by Ross Yarnton
Pop stars come and go like Chinese meals - fifteen minutes later and you want another one. Only a handful of bands make the grade and battle with old father time, to come back from the edge of the great pit of despair that is the dumpster - The Stones, Genesis, Bowie, Cliff
Sandwiched in between East 17 and Slade, 'Tell Me When', a catchy little ditty, was like a breath of fresh air in the quagmire of novelty festivities. And so, Christmas 1994 saw the return of that dodgy Sheffield band whose fringe reputation precedes them. So, how did this remarkable turnabout transpire?
The answer is probably in the head of Ian Stanley - the man responsible for the freshly remodelled Human League. Stanley - writer, producer, arranger and all round nice bloke has a resume to die for - he started out as keyboard programmer for Tears For Fears on their "The Hurting" album, soon became an integral member, sharing the writing credit for "Shout" as well as half the "Songs From The Big Chair", smash hit album. Stanley learned how to produce on TFF B-sides and went on to be the man behind the control desk for The Sisters Of Mercy and The Pretenders before assigning himself to The Human League as head of A&R at East West .
By recognising the potential that a correctly managed League held, Stanley set himself the task of arranging the songs that would eventually become "Octopus". During this paced, well thought out endeavour, Stanley co-wrote three songs ("These Are The Days", "Filling Up With Heaven" and "Houseful Of Nothing") and ended up producing the project.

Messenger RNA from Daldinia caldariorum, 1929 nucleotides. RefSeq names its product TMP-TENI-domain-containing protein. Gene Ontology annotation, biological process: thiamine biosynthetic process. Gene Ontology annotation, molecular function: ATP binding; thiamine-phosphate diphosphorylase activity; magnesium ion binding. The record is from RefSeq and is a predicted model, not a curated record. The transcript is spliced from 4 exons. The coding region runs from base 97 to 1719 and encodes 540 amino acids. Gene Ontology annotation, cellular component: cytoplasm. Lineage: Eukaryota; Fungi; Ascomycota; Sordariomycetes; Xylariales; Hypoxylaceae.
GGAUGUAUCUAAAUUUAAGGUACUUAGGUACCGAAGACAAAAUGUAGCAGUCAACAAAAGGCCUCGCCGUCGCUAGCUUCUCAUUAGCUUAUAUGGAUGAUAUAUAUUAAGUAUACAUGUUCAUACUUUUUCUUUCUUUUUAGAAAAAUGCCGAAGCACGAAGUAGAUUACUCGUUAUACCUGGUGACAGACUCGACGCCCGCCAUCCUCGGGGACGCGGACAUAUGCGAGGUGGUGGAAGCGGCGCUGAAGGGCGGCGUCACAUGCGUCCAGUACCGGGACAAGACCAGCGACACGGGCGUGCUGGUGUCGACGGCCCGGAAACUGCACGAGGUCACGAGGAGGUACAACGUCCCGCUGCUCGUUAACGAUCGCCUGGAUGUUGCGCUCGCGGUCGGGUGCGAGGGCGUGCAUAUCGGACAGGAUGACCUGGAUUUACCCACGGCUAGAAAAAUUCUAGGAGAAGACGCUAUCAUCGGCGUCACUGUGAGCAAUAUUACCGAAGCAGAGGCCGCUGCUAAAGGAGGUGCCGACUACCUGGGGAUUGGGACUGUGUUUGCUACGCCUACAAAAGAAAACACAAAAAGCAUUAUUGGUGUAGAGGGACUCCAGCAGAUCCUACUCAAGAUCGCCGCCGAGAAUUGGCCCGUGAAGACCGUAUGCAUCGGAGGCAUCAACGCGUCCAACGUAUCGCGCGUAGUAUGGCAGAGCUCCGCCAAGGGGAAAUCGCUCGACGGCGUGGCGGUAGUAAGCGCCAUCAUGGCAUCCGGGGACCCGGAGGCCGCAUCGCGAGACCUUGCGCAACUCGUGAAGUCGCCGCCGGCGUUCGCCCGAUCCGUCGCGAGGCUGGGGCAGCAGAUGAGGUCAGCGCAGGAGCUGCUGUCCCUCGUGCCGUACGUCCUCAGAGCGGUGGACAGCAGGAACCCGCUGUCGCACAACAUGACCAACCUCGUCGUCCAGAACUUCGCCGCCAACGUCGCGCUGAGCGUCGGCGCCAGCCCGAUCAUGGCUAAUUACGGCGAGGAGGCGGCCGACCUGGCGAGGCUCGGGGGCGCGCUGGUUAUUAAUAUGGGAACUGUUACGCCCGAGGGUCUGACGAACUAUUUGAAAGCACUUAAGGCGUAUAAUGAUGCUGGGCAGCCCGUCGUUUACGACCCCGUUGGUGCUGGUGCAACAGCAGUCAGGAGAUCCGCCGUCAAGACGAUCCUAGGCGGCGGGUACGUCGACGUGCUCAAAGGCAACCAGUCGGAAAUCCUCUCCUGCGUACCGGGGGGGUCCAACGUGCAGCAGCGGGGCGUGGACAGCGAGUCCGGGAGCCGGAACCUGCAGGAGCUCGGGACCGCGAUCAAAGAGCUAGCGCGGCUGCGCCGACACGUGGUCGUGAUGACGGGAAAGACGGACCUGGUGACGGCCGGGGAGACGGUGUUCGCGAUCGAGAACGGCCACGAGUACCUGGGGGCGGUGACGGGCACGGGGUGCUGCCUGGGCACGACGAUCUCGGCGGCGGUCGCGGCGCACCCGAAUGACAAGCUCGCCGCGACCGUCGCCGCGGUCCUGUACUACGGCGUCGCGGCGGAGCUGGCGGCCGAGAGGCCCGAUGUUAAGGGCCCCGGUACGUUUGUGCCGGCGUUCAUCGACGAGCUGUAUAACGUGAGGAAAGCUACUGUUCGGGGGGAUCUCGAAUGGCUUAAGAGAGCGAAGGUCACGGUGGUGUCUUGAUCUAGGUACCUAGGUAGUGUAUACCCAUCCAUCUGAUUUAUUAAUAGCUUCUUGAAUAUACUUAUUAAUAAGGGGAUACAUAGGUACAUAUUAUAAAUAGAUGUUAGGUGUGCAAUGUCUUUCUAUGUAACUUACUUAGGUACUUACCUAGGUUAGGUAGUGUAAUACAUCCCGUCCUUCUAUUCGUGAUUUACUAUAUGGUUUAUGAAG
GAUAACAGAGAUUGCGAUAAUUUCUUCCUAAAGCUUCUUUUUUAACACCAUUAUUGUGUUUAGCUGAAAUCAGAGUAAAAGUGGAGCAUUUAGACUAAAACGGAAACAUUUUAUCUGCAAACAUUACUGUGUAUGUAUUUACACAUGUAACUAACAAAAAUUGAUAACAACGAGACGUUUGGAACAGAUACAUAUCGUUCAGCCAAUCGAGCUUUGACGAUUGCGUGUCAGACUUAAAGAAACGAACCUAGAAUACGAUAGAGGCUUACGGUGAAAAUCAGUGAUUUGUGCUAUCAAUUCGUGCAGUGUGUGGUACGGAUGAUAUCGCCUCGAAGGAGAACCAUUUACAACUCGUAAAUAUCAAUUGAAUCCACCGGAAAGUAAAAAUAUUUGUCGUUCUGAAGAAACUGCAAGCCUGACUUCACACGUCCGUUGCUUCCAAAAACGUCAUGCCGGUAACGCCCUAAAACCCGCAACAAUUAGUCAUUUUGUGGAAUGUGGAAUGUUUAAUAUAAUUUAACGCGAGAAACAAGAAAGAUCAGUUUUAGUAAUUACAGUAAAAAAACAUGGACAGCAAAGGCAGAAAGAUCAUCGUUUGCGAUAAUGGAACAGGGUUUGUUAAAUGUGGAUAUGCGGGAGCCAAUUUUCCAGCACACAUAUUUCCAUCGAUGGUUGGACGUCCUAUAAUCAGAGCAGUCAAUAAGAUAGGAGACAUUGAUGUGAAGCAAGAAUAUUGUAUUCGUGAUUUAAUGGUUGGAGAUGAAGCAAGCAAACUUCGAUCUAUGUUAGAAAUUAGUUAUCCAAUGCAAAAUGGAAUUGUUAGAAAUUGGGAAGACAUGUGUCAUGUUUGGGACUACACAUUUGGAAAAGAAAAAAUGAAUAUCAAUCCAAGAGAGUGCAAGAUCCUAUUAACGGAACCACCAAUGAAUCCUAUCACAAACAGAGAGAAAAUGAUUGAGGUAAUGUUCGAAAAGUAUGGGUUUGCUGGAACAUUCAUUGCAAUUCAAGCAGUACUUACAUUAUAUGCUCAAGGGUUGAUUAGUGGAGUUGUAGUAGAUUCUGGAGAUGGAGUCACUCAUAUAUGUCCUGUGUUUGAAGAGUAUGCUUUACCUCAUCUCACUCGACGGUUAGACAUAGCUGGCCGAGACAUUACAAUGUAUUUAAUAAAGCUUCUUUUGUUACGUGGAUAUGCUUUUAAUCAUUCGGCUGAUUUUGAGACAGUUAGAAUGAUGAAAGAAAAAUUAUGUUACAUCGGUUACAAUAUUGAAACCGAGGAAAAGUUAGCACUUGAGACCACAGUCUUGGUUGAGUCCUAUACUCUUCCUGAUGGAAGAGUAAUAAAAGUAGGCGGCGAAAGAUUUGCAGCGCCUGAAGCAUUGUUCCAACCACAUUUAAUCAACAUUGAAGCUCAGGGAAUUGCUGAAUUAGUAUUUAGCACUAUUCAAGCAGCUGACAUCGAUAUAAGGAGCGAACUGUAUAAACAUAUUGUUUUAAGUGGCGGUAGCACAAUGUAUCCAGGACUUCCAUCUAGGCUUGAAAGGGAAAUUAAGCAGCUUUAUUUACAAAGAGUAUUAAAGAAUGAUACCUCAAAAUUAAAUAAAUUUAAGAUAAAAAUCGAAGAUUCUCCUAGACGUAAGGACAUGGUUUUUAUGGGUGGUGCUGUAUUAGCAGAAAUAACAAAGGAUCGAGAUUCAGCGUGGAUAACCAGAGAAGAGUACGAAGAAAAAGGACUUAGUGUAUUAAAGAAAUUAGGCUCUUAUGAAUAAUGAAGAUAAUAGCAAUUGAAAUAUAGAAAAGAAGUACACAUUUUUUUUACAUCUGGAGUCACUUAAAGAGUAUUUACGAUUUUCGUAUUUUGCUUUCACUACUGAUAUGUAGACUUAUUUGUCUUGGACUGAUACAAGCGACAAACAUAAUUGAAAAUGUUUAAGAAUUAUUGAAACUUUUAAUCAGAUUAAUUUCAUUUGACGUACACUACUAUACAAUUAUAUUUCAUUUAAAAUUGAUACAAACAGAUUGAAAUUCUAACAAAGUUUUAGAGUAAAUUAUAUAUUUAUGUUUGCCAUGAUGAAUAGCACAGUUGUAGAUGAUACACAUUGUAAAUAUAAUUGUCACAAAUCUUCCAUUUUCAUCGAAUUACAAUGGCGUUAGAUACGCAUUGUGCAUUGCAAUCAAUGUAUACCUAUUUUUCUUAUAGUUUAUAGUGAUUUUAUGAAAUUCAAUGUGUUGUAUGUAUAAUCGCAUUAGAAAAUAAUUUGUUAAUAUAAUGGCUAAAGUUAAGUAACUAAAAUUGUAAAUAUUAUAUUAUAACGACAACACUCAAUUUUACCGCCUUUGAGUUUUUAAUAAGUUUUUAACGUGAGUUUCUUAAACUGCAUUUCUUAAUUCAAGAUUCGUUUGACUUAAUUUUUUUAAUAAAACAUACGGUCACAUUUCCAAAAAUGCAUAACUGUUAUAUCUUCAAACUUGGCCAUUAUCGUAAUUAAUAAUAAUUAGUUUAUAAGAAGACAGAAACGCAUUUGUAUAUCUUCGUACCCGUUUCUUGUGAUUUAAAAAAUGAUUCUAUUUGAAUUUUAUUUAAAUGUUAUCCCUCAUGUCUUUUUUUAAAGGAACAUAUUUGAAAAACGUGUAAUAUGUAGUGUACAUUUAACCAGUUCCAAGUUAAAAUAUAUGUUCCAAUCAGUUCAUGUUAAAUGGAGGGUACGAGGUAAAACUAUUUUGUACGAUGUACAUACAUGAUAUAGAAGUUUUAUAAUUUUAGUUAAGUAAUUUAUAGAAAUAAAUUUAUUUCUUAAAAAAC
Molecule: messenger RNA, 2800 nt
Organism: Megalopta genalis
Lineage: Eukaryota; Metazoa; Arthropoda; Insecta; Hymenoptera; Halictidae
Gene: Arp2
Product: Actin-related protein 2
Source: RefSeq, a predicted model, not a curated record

23rd of January, 1995 - Octopus was released to a staggering response from critics and fans alike. A musical smack in the face to those who branded The Human League as has-beens.
The album itself, well
"These Are The Days" is unprecedented in its perfection. A song to flaunt in front of grannies worldwide. A thought provoking poke in the eye to cynics who had written the League off as a band who had done their best in the past. WRONG! The inclusion of "Hysteria" era stereo effects work and Kraftwerk's "Radioactivity" Geiger counter syncopation are inspired harmonics. Lingering melodies combined with Susan Ann Sulley's newly trained tones make it the best minutes on the album as well as a contender for the best thing they've ever done.
While "One Man In My Heart" opens with a Strawberry Switchblade (remember them?) impersonation from Susan, the relegation of Oakey's baritone to backing vocals doesn't undermine his position as front man it is simply logical to do it that way. Susan's loyalty to her 'man' is conveyed with absolute sincerity whilst classic League chord structures play out almost unsubstantially in comparison.
"Words", a hypothetically disturbing composition about childhood affecting adult psychology, is replete with Depeche Mode (circa '81) primitive percussion and effects work that would not seem out of place on Travelogue. The resurrection of the barely accompanied Oakey vocal, in the first few bars at least, is a welcome return to the atmospherically charged Marsh and Ware days.